WASHINGTON – In a final symbolic gesture before their five-week recess, House members voted not to officially go on recess. And then pretty much everybody left town for August recess.

Democrats in the Republican-controlled House managed to pick up enough GOP members Thursday night to defeat a resolution authorizing the House to adjourn for its traditional five-week summer break. But even though the House never formally adjourned (thereby also preventing the Senate from adjourning), there probably won’t be much happening in Congress over the next month.

Instead, a handful of House and Senate members will hold “pro forma” sessions every three days that are often little more than the opening prayer, Pledge of Allegiance and a few announcements. No votes are held, and the vast majority of senators and representatives do not bother showing up.

Of course, the House Democrats’ parliamentary revolt against an official recess was politically motivated. Thursday’s 150-265 vote — in which every Democrat, including Maine Reps. Chellie Pingree and Mike Michaud voted against recessing — will allow them to claim between now and November that they were ready and eager to stay in Washington to work on the many unresolved issues. Republicans have employed similar tactics against Democrats in the past.


The past few weeks were widely regarded as Congress’ last, best chance to get work done before the November election on a host of critical issues. But for the most part that didn’t happen.

Seemingly stuck in a perpetual state of partisan gridlock, Congress has so far failed to:

take any substantive steps to avert the first of $1.2 trillion in automatic spending cuts, half of which will come from defense budgets;

find compromise on avoiding tax increases that economists warn could push the country back toward recession;

pass a new multi-year farm bill;

and enact new laws to protect the nation’s economy from potentially debilitating “cyber attacks.”

And that is a partial list.

With control of the White House and both chambers of Congress in contention, it is unlikely Congress will tackle many major issues between Labor Day and November. And Congress is slated to meet for less than 20 days during the “lame duck” session in November and December.

An increasingly frustrated — and vocal — Sen. Olympia Snowe, R-Maine, said it was “preposterous” to expect that Congress would be able to address the myriad of large, complex issues before year’s end, especially when most committees won’t meet during August recess. Snowe has cited congressional partisanship and inaction as her primary reason for retiring later this year.

“We’re in a perilous period in this country,” Snowe said in an interview Thursday afternoon following a failed, largely party-line vote to move forward with enhanced cybersecurity legislation. “And it is taking a tremendous toll on the average American and certainly Mainers because of the enormous uncertainty our inaction has perpetrated in the overall psyche, both from a personal standpoint and from an economic one. That is what has restrained private-sector investment and growth that would lead to better job creation.”

Snowe said Congress doesn’t seem to have learned from last summer, when a political stalemate over the deficit led to the downgrading of the country’s credit rating.

“This Congress has been characterized as being one of the worst Congresses, the laziest Congress, the list goes on,” Snowe said. “Don’t you think we would want to rise to the occasion and do better right now? I just don’t understand.”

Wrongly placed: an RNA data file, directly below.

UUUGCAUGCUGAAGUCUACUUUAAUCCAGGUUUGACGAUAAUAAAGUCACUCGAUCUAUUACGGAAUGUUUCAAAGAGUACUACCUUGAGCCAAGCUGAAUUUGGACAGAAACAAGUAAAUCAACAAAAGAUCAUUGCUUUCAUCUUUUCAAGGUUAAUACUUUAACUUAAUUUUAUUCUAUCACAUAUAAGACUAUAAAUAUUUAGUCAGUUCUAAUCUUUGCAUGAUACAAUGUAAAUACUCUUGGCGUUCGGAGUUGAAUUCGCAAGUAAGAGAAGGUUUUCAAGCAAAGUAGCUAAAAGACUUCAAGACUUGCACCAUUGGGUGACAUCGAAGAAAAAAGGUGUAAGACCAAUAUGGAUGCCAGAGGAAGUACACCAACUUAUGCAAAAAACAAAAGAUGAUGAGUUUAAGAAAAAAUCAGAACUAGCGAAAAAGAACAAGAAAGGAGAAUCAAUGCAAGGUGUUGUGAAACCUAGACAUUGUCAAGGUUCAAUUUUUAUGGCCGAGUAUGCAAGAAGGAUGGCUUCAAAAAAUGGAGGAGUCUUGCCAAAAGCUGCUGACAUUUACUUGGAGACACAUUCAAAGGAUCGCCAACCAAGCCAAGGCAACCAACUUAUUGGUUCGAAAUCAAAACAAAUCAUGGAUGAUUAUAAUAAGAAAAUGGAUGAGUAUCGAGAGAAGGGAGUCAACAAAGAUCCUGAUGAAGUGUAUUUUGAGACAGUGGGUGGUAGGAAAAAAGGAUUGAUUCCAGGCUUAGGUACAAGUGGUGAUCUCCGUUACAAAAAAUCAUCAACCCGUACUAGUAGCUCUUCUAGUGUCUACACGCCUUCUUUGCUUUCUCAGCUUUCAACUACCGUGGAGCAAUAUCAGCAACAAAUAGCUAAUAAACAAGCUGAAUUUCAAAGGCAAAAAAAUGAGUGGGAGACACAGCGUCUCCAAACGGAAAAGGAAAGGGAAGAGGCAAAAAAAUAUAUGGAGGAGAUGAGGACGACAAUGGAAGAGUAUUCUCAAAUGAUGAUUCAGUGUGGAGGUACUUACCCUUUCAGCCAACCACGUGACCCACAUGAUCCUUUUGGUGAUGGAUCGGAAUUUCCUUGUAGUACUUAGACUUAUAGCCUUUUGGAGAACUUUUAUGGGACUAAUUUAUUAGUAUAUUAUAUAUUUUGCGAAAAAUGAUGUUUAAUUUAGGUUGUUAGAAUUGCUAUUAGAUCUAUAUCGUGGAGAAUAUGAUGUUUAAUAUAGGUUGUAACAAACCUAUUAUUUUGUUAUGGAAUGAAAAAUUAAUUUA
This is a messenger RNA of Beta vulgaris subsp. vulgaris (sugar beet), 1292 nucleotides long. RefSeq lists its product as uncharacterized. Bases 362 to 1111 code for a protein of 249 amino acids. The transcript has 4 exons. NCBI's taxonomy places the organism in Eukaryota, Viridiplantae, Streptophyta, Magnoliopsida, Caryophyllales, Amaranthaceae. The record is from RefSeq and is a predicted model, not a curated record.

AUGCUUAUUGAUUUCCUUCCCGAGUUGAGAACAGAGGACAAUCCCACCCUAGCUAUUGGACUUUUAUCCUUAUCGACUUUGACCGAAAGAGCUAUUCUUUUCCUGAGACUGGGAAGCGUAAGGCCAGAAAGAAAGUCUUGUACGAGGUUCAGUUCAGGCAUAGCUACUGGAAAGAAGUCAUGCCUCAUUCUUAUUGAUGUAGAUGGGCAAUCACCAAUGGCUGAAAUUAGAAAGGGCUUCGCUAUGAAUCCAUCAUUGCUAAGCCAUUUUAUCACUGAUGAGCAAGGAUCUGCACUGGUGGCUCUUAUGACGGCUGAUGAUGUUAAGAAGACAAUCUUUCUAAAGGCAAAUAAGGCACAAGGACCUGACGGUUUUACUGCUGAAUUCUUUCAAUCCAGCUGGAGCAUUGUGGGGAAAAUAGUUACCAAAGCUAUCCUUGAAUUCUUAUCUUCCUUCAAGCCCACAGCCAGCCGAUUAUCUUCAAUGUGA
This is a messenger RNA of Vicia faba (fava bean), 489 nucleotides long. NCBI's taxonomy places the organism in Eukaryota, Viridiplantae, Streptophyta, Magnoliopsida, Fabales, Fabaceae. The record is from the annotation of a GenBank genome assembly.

Both members of Maine’s House representatives are getting involved — at least on paper — in a labor union fight at American Airlines.

U.S. Reps. Mike Michaud and Chellie Pingree were among more than 100 House members who signed onto a letter urging American Airlines officials to drop its legal efforts to block passenger service agents from voting whether to join the Communications Workers of America union.

In fact, Michaud helped lead the signature-gathering effort as one of the leaders of the Labor and Working Families Caucus.

An article in Politico pointed out that 120 of those 121 House members also happened to have received about $2.5 million in donations from the CWA’s political action committee during the past decade. Michaud, for instance, has received at least $50,500 from CWA since 2002, according to reports filed with the Federal Elections Commission.

Michaud spokesman Ed Gilman said it was not surprising that the congressman would take an interest in the issue given his support of unions and worker rights. While not necessarily a big issue in Maine’s 2nd Congressional District, it is a national issue, Gilman said.

“The congressman has always been and will continue to be a strong supporter of workers being able to decide whether or not to join a union,” Gilman said.


President Obama’s top trade ambassador is following through on a pledge to visit sneaker factories in Maine.

In July, workers from New Balance factories in Maine and Massachusetts traveled to Capitol Hill to raise concerns about potential changes to tariffs that they say are key to their employers’ staying competitive with manufacturers in low-wage countries such as Vietnam. The Obama administration is negotiating a new Trans-Pacific Partnership trade agreement with various Pacific nations, including Vietnam.

The workers met with U.S. Trade Representative Ron Kirk while in Washington. And on Sept. 13, Kirk is expected to tour New Balance’s Skowhegan factory to discuss the issues further, Snowe’s office announced last week.

New Balance, which is the only major sneaker manufacturer that still has factories in the U.S., employs roughly 900 people in Maine. 

Washington Bureau Chief Kevin Miller can be reached at 317-6256 — cell — or at:

[email protected]

On Twitter: @KevinMillerDC


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